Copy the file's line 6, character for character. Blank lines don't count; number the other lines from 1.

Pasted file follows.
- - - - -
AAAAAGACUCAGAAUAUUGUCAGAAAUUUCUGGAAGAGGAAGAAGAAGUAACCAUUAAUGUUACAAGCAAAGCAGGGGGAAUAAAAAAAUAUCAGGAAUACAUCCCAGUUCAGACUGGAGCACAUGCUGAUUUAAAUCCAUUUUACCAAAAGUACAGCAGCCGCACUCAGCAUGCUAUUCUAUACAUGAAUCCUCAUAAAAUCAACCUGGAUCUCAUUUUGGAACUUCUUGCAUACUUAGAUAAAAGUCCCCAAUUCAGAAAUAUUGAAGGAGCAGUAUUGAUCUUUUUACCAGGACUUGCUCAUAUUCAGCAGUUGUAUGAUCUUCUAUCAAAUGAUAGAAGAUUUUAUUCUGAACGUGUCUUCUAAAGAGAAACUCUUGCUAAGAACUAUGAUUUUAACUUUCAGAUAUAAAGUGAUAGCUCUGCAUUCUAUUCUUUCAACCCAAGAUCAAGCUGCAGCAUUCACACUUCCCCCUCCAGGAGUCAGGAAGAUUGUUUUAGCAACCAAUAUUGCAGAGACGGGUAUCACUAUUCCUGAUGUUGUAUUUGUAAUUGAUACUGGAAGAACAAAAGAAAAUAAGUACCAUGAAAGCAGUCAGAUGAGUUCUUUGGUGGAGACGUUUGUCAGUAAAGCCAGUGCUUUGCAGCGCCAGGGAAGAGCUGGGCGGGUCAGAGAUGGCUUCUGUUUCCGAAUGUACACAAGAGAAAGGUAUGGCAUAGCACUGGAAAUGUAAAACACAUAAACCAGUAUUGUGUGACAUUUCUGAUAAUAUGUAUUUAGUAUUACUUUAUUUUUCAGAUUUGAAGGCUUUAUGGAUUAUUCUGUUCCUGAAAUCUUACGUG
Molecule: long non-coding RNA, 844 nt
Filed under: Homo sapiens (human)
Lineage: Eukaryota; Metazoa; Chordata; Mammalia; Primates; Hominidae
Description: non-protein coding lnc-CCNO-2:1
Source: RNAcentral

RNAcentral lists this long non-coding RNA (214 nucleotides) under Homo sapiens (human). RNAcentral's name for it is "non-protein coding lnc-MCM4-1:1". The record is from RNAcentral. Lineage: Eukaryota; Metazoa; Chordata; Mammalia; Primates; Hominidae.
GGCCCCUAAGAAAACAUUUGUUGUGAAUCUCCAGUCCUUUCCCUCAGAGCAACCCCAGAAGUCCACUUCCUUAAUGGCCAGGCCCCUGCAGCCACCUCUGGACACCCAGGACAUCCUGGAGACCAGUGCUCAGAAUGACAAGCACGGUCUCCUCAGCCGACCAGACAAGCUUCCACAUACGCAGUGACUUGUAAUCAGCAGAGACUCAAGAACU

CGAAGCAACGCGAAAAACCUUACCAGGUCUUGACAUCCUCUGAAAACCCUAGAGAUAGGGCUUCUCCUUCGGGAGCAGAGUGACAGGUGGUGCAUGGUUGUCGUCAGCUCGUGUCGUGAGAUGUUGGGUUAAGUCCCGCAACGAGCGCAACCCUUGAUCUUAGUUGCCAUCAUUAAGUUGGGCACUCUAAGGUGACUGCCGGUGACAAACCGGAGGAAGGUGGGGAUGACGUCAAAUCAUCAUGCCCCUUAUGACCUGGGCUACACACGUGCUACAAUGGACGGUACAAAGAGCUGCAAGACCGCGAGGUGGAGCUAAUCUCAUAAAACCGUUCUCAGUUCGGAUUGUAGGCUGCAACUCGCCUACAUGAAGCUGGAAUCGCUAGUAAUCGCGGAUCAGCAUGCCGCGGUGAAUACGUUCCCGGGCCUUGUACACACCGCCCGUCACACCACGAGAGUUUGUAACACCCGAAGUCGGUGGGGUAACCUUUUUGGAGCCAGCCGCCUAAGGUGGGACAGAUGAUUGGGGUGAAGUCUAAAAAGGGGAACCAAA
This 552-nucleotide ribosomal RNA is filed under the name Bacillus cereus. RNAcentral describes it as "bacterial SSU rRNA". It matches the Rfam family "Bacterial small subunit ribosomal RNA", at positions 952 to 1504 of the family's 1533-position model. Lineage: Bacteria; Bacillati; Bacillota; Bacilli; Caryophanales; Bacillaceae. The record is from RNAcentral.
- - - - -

Source: RNAcentral